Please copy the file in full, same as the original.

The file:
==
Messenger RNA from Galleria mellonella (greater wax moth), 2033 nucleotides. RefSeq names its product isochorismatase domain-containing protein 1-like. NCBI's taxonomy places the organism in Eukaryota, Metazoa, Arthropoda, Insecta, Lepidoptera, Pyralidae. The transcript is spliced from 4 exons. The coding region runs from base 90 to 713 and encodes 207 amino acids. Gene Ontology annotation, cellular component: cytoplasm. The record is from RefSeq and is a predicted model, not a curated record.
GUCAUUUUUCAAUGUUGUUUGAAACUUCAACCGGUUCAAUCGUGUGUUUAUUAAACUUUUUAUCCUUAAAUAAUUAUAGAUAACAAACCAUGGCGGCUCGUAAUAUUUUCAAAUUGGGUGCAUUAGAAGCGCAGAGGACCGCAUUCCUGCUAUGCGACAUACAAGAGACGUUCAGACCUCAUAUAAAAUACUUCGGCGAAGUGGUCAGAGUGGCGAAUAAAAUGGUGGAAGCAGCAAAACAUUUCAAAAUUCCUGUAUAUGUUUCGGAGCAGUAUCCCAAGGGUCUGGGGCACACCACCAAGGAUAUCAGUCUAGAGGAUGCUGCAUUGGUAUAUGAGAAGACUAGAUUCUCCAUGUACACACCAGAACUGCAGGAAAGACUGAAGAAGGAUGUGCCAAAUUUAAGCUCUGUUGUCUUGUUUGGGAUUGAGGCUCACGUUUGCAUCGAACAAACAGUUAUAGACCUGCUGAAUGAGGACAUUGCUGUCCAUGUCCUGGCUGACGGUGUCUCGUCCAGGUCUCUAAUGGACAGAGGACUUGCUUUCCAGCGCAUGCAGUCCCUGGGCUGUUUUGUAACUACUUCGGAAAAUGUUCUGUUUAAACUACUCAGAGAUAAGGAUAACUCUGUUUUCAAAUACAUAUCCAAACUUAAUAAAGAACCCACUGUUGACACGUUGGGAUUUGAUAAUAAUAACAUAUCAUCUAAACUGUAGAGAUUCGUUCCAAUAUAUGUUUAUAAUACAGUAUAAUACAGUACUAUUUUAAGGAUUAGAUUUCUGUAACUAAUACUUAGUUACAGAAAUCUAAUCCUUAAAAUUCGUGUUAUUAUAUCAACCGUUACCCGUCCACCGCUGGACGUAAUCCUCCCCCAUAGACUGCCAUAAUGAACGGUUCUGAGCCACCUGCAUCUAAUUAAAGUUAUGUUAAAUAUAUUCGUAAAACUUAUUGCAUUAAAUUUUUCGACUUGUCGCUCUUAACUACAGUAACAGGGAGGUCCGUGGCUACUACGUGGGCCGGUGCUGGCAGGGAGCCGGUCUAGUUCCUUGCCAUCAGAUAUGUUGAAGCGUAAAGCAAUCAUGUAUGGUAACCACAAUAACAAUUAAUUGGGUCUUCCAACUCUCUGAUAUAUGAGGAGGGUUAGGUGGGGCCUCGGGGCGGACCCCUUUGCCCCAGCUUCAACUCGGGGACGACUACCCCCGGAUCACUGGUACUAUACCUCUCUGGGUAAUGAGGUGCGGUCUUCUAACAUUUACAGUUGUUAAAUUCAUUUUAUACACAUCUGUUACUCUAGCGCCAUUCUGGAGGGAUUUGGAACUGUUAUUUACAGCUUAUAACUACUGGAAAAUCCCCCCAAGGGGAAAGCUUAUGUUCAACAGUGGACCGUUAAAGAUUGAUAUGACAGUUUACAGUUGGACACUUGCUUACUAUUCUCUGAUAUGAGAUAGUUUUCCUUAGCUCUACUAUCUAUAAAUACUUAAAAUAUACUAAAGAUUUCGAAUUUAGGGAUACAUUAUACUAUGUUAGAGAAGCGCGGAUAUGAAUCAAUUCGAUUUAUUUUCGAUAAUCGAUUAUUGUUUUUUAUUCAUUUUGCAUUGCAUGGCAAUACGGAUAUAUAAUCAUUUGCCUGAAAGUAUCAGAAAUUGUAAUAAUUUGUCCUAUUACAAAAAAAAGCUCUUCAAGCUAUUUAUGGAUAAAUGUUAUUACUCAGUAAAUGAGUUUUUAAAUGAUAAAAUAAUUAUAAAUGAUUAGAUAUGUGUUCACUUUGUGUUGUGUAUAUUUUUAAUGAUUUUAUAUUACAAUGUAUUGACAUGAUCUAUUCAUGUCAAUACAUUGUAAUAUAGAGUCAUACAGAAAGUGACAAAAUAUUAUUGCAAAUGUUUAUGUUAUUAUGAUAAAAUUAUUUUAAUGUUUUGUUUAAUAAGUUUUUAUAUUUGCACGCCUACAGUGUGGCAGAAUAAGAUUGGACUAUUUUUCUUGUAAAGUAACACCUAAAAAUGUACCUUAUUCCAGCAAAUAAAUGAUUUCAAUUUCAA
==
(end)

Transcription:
Messenger RNA from Galleria mellonella (greater wax moth), 2033 nucleotides. RefSeq names its product isochorismatase domain-containing protein 1-like. NCBI's taxonomy places the organism in Eukaryota, Metazoa, Arthropoda, Insecta, Lepidoptera, Pyralidae. The transcript is spliced from 4 exons. The coding region runs from base 90 to 713 and encodes 207 amino acids. Gene Ontology annotation, cellular component: cytoplasm. The record is from RefSeq and is a predicted model, not a curated record.
GUCAUUUUUCAAUGUUGUUUGAAACUUCAACCGGUUCAAUCGUGUGUUUAUUAAACUUUUUAUCCUUAAAUAAUUAUAGAUAACAAACCAUGGCGGCUCGUAAUAUUUUCAAAUUGGGUGCAUUAGAAGCGCAGAGGACCGCAUUCCUGCUAUGCGACAUACAAGAGACGUUCAGACCUCAUAUAAAAUACUUCGGCGAAGUGGUCAGAGUGGCGAAUAAAAUGGUGGAAGCAGCAAAACAUUUCAAAAUUCCUGUAUAUGUUUCGGAGCAGUAUCCCAAGGGUCUGGGGCACACCACCAAGGAUAUCAGUCUAGAGGAUGCUGCAUUGGUAUAUGAGAAGACUAGAUUCUCCAUGUACACACCAGAACUGCAGGAAAGACUGAAGAAGGAUGUGCCAAAUUUAAGCUCUGUUGUCUUGUUUGGGAUUGAGGCUCACGUUUGCAUCGAACAAACAGUUAUAGACCUGCUGAAUGAGGACAUUGCUGUCCAUGUCCUGGCUGACGGUGUCUCGUCCAGGUCUCUAAUGGACAGAGGACUUGCUUUCCAGCGCAUGCAGUCCCUGGGCUGUUUUGUAACUACUUCGGAAAAUGUUCUGUUUAAACUACUCAGAGAUAAGGAUAACUCUGUUUUCAAAUACAUAUCCAAACUUAAUAAAGAACCCACUGUUGACACGUUGGGAUUUGAUAAUAAUAACAUAUCAUCUAAACUGUAGAGAUUCGUUCCAAUAUAUGUUUAUAAUACAGUAUAAUACAGUACUAUUUUAAGGAUUAGAUUUCUGUAACUAAUACUUAGUUACAGAAAUCUAAUCCUUAAAAUUCGUGUUAUUAUAUCAACCGUUACCCGUCCACCGCUGGACGUAAUCCUCCCCCAUAGACUGCCAUAAUGAACGGUUCUGAGCCACCUGCAUCUAAUUAAAGUUAUGUUAAAUAUAUUCGUAAAACUUAUUGCAUUAAAUUUUUCGACUUGUCGCUCUUAACUACAGUAACAGGGAGGUCCGUGGCUACUACGUGGGCCGGUGCUGGCAGGGAGCCGGUCUAGUUCCUUGCCAUCAGAUAUGUUGAAGCGUAAAGCAAUCAUGUAUGGUAACCACAAUAACAAUUAAUUGGGUCUUCCAACUCUCUGAUAUAUGAGGAGGGUUAGGUGGGGCCUCGGGGCGGACCCCUUUGCCCCAGCUUCAACUCGGGGACGACUACCCCCGGAUCACUGGUACUAUACCUCUCUGGGUAAUGAGGUGCGGUCUUCUAACAUUUACAGUUGUUAAAUUCAUUUUAUACACAUCUGUUACUCUAGCGCCAUUCUGGAGGGAUUUGGAACUGUUAUUUACAGCUUAUAACUACUGGAAAAUCCCCCCAAGGGGAAAGCUUAUGUUCAACAGUGGACCGUUAAAGAUUGAUAUGACAGUUUACAGUUGGACACUUGCUUACUAUUCUCUGAUAUGAGAUAGUUUUCCUUAGCUCUACUAUCUAUAAAUACUUAAAAUAUACUAAAGAUUUCGAAUUUAGGGAUACAUUAUACUAUGUUAGAGAAGCGCGGAUAUGAAUCAAUUCGAUUUAUUUUCGAUAAUCGAUUAUUGUUUUUUAUUCAUUUUGCAUUGCAUGGCAAUACGGAUAUAUAAUCAUUUGCCUGAAAGUAUCAGAAAUUGUAAUAAUUUGUCCUAUUACAAAAAAAAGCUCUUCAAGCUAUUUAUGGAUAAAUGUUAUUACUCAGUAAAUGAGUUUUUAAAUGAUAAAAUAAUUAUAAAUGAUUAGAUAUGUGUUCACUUUGUGUUGUGUAUAUUUUUAAUGAUUUUAUAUUACAAUGUAUUGACAUGAUCUAUUCAUGUCAAUACAUUGUAAUAUAGAGUCAUACAGAAAGUGACAAAAUAUUAUUGCAAAUGUUUAUGUUAUUAUGAUAAAAUUAUUUUAAUGUUUUGUUUAAUAAGUUUUUAUAUUUGCACGCCUACAGUGUGGCAGAAUAAGAUUGGACUAUUUUUCUUGUAAAGUAACACCUAAAAAUGUACCUUAUUCCAGCAAAUAAAUGAUUUCAAUUUCAA